Biominerals at the nanoscale: transmission electron microscopy methods for studying the special properties of biominerals

Mihaly Posfai, Takeshi Kasama, Rafal E. Dunin-Borkowski

    Research output: Chapter in Book/Report/Conference proceedingBook chapterResearchpeer-review

    Abstract

    Biominerals have important functions in living organisms: apatite crystals are responsible for the strength of our bones and the hardness of our teeth, calcite and aragonite are used by many organisms for making shells, and magnetite and greigite help bacteria and birds to navigate in magnetic fields. In order to fulfill their roles in organisms, biominerals have strictly controlled physical and chemical properties. Transmission electron microscopy (TEM) is ideally suited for the study of the structures, arrangements, compositions, morphologies, crystallographic orientations, crystallographic textures, and magnetic properties of biominerals at the nanoscale. In this chapter, we review the state of the art in the application of TEM techniques to the study of these properties, both in biomineral crystals and at the inorganic-organic interface. Examples are taken primarily from studies of magnetic minerals that form in the cells of magnetotactic bacteria.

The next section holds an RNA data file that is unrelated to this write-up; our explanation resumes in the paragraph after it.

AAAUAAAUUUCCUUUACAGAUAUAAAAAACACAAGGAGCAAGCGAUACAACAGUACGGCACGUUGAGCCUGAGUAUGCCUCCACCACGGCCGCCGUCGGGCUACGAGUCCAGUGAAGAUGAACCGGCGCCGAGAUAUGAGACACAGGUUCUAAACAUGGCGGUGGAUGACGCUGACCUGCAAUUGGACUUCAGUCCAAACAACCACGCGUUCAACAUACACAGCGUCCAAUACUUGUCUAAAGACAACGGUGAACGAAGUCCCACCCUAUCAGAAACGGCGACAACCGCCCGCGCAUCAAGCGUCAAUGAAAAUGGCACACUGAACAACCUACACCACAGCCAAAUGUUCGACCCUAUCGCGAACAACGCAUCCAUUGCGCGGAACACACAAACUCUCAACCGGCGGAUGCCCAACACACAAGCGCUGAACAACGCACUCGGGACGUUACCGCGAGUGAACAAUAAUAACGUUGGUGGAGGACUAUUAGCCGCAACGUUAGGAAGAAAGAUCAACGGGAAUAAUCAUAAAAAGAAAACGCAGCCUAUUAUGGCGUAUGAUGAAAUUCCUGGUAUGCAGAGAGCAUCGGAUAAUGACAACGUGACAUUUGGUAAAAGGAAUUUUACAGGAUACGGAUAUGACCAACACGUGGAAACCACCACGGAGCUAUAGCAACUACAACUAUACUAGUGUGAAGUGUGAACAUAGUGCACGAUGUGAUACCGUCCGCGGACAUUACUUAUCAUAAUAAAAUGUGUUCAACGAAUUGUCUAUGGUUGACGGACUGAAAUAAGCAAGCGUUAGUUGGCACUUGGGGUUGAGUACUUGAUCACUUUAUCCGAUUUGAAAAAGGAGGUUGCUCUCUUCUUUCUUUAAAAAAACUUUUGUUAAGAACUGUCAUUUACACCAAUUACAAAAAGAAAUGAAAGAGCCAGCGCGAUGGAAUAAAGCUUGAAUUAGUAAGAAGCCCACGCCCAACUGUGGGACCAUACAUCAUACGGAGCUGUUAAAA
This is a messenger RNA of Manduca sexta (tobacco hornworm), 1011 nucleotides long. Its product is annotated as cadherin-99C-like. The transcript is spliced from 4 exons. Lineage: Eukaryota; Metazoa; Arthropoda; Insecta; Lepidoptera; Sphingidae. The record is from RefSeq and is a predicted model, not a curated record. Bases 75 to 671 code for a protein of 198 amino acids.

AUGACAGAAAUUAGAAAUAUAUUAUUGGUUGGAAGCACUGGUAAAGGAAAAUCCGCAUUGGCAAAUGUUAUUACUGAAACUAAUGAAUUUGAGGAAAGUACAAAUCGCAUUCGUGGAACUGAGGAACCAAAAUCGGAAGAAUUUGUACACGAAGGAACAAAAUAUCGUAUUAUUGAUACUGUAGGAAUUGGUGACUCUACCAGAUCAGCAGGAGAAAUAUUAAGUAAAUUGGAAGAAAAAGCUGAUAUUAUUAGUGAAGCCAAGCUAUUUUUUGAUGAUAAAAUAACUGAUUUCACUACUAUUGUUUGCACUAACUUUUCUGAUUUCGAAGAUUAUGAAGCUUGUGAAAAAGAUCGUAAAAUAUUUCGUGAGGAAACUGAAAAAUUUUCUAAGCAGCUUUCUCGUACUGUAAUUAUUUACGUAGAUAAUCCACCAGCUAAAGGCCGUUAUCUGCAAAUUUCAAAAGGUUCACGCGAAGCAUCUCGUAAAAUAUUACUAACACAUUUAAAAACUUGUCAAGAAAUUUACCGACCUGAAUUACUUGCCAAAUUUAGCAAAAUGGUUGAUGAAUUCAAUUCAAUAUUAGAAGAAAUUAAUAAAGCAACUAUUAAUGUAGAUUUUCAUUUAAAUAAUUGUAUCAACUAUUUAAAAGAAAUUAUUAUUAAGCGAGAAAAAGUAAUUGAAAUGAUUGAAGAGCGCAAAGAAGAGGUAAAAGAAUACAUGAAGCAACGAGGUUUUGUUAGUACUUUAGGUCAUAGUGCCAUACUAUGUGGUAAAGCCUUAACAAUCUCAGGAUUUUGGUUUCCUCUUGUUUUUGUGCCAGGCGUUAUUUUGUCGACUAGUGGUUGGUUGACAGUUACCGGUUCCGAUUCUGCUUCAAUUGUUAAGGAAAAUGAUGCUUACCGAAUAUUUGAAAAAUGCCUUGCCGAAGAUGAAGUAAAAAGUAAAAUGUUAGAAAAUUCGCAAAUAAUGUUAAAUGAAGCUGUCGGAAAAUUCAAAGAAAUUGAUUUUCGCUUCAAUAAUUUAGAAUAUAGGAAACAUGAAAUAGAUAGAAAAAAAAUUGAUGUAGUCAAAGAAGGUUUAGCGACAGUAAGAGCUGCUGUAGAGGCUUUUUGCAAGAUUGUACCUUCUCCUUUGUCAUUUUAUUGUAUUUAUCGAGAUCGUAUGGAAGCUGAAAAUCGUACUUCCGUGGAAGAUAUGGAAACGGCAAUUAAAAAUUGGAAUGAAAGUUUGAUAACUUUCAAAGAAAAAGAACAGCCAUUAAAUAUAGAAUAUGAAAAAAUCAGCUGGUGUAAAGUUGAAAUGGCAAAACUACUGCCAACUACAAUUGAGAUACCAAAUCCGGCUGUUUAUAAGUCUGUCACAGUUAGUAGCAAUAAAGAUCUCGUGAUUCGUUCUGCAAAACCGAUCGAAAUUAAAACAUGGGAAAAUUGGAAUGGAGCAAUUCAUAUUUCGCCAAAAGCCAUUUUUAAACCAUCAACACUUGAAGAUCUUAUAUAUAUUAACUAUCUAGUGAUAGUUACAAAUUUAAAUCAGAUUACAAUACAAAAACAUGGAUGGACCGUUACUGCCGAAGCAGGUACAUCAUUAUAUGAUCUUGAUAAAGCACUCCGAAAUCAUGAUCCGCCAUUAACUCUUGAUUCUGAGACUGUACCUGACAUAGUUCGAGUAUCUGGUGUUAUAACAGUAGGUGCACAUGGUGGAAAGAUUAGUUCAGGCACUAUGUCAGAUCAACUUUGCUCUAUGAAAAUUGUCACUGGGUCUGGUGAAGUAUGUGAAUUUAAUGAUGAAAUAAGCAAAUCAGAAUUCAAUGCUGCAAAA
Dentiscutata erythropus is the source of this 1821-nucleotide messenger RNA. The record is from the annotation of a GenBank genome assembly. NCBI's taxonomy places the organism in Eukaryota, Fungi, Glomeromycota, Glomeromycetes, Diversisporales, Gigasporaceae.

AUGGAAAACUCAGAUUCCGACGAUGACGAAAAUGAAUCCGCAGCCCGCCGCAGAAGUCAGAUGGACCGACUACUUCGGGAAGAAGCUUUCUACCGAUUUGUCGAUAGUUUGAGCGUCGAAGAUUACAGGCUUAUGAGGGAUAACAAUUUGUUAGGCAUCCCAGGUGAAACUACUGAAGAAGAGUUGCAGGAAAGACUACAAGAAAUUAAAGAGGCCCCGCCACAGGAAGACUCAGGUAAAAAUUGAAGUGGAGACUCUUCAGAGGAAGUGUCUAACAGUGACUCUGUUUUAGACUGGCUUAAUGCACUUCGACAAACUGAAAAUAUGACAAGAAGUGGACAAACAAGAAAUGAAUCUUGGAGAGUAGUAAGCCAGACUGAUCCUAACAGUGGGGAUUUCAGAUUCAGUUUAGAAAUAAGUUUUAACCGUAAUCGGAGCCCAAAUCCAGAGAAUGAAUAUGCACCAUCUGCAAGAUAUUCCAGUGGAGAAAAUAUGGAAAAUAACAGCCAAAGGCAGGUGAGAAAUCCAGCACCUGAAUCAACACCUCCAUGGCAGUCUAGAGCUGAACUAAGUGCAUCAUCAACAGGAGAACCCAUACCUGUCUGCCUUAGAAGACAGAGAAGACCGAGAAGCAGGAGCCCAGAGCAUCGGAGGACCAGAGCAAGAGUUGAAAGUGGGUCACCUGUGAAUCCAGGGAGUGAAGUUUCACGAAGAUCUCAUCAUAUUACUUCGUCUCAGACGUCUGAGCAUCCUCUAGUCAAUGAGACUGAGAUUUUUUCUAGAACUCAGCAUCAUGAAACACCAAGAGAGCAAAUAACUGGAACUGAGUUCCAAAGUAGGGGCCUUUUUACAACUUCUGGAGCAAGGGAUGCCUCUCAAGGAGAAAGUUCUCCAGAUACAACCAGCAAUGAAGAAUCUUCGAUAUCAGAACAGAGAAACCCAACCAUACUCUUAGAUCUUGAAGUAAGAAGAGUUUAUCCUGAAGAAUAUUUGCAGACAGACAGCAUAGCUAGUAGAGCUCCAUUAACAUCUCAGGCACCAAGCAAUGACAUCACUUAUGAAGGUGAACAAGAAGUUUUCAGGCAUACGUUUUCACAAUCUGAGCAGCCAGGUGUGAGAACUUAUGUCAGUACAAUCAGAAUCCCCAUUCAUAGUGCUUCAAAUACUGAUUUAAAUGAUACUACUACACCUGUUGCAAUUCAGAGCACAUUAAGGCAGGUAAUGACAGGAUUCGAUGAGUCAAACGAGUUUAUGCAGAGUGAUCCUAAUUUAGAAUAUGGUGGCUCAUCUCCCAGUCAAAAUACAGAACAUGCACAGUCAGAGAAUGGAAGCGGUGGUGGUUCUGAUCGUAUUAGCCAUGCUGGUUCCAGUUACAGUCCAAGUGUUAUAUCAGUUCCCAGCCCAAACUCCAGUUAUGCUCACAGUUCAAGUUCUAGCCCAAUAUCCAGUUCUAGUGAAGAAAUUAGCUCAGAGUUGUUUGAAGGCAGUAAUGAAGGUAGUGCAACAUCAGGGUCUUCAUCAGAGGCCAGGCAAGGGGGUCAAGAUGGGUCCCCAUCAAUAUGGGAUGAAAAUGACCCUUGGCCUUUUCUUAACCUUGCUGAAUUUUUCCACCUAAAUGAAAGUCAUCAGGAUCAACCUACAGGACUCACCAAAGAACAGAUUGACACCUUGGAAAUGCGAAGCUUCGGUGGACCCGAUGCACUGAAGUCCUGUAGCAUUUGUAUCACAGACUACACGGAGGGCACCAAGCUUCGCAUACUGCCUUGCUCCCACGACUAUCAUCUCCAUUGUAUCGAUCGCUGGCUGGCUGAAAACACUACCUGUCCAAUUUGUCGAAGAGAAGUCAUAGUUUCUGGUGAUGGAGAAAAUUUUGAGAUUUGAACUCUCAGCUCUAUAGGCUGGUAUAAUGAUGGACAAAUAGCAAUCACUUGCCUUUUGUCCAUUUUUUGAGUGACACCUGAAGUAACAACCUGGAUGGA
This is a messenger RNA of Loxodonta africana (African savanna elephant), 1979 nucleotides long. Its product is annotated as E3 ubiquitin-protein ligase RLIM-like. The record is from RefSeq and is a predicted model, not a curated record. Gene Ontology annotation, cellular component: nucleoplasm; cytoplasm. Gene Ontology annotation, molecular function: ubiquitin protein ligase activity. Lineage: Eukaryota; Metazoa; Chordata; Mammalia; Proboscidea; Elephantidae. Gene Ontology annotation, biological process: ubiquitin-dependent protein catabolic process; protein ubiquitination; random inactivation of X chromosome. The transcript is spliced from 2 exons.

Original languageEnglish
    Title of host publicationMinerals at the Nanoscale
    EditorsF. Nieto, K.J.T. Livi
    PublisherEuropean Mineralogical Union
    Publication date2013
    Pages375-433
    ISBN (Print)978-0-903056-34-2
    Publication statusPublished - 2013
    SeriesEMU Notes in Mineralogy
    Volume14
    ISSN1417-2917

    Cite this

    Posfai, M., Kasama, T., & Dunin-Borkowski, R. E. (2013). Biominerals at the nanoscale: transmission electron microscopy methods for studying the special properties of biominerals. In F. Nieto, & K. J. T. Livi (Eds.), Minerals at the Nanoscale (pp. 375-433). European Mineralogical Union. EMU Notes in Mineralogy, Vol.. 14